There are only really two ways to deal with burdensome debts, if you’re an individual.
You can repay them. Or you can refuse to repay them (default).
But if you happen to be a sovereign country, there’s a third option which combines the two in an apparently painless manner.
Getting rid of debt the painless way
Inflating away debt is an attractive option for governments. You don’t outright default. You pay your creditors the money you owe them. But the money they are getting is worth less than it was when you first borrowed the cash. So you win.
One of the key solutions (unspoken, because you can’t talk about inflating away your debt, or people get wise to the fact that you’re trying to do it) to the legacy of the financial crisis, has been to try to drive up inflation in order to make the level of indebtedness less painful.
It has taken a very long time. But it’s starting to look as though the strategy is gaining some traction.
We heard yesterday that the UK’s annual inflation rate (as measured by the consumer prices index – CPI), rose to 2.7% in August. Meanwhile “core” inflation (which excludes volatile essentials such as food, energy, cigarettes and booze) rose to 2.1%, from 1.9%.
Both of those readings were higher than either analysts or the Bank of England had expected – CPI was forecast to fall to 2.4%, for example.
Commentators have generally dismissed the reading as being “noise”, driven mainly by random things like computer game prices rising, and a big jump in clothing prices after a big fall the previous month. That said, as Capital Economics notes, “admittedly, utility and fuel price rises will probably hinder downward progress in inflation in the next few months”.
Yet while the Bank of England might hope that the CPI inflation rate won’t rise above 3% (as that means it’ll be at risk of having to write a letter to the Treasury), it probably isn’t too unhappy about inflation ticking higher.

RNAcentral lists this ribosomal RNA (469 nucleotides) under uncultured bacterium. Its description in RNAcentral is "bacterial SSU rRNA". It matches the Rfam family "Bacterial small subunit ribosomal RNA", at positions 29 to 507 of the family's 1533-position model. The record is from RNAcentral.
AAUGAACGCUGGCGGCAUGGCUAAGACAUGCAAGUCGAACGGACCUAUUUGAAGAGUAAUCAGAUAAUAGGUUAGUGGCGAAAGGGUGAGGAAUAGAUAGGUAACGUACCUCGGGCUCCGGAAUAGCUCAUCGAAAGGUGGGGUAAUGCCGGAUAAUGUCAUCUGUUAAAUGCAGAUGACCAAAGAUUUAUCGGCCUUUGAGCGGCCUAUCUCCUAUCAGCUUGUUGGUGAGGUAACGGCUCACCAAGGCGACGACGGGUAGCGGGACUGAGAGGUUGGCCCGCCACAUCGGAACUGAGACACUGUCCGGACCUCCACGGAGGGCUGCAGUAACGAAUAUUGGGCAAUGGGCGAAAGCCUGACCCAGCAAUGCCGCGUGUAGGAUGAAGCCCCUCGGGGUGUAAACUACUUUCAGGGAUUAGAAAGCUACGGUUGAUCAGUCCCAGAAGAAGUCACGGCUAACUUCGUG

There’s a couple of reasons for that. Firstly, despite the rise in inflation, wages are still rising ever so slightly more rapidly than prices, which means that individuals are at least able to keep up with the rising cost of living.
(And in fact, most people who have been in jobs for a while are probably doing a good bit better than that, as Merryn points out in her recent blog on wage rises).
So “real” wages are still rising, which means that consumers aren’t getting poorer, despite rising inflation.
Secondly, house price growth is moderating too. The latest official data suggests that annual house price growth came in at 3.1% in July, which is also barely above inflation (and in fact it’s below the retail price index measure).
This scenario is ideal for the Bank. The housing market is one of the biggest potential sources of political and financial instability in the UK. You don’t want prices to crash as that hurts everyone’s balance sheets, but you don’t want prices booming either, as that sets you up for problems in the future, not to mention the general sense of discontent it creates.
So as we’ve noted before, a gentle decline in “real” terms would be ideal – it improves affordability for those who feel locked out of the market, while inflation helps to make the mortgage burden on existing owners steadily lighter.
If Brexit isn’t a total disaster, it could give the Bank a headache
So for now, all the big numbers are going in roughly the right direction.
The tricky thing, of course, is that the Bank does need to be seen to be at least attempting to address inflation. It has raised interest rates this year, but not by very much.
Indeed, as the Bank’s own staff have pointed out in the past (and we’ve highlighted here), if interest rates were anywhere near approaching “normal”, then they’d already be a great deal higher. For example, given where inflation is now, the Bank rate would be above 3%. Instead, it’s currently at 0.75%.
So are rates likely to move again soon?
I suspect not. Given the Bank’s obsession with Brexit, it’s hard to see interest rates being moved much in the short term. Indeed, Capital Economics reckons the Bank won’t move them again until May 2019.
However, what’s more interesting is to consider what could happen if a Brexit deal is done – and then nothing particularly devastating happens to the economy.
In the “best-case” scenario, sterling would probably rebound somewhat, which would take some of the inflationary pressure off. But this would still leave the Bank playing catch-up on rate rises.
We’ll see. In the meantime, don’t expect your savings account to suddenly start paying out a decent rate of interest again anytime soon.
Source: Money Week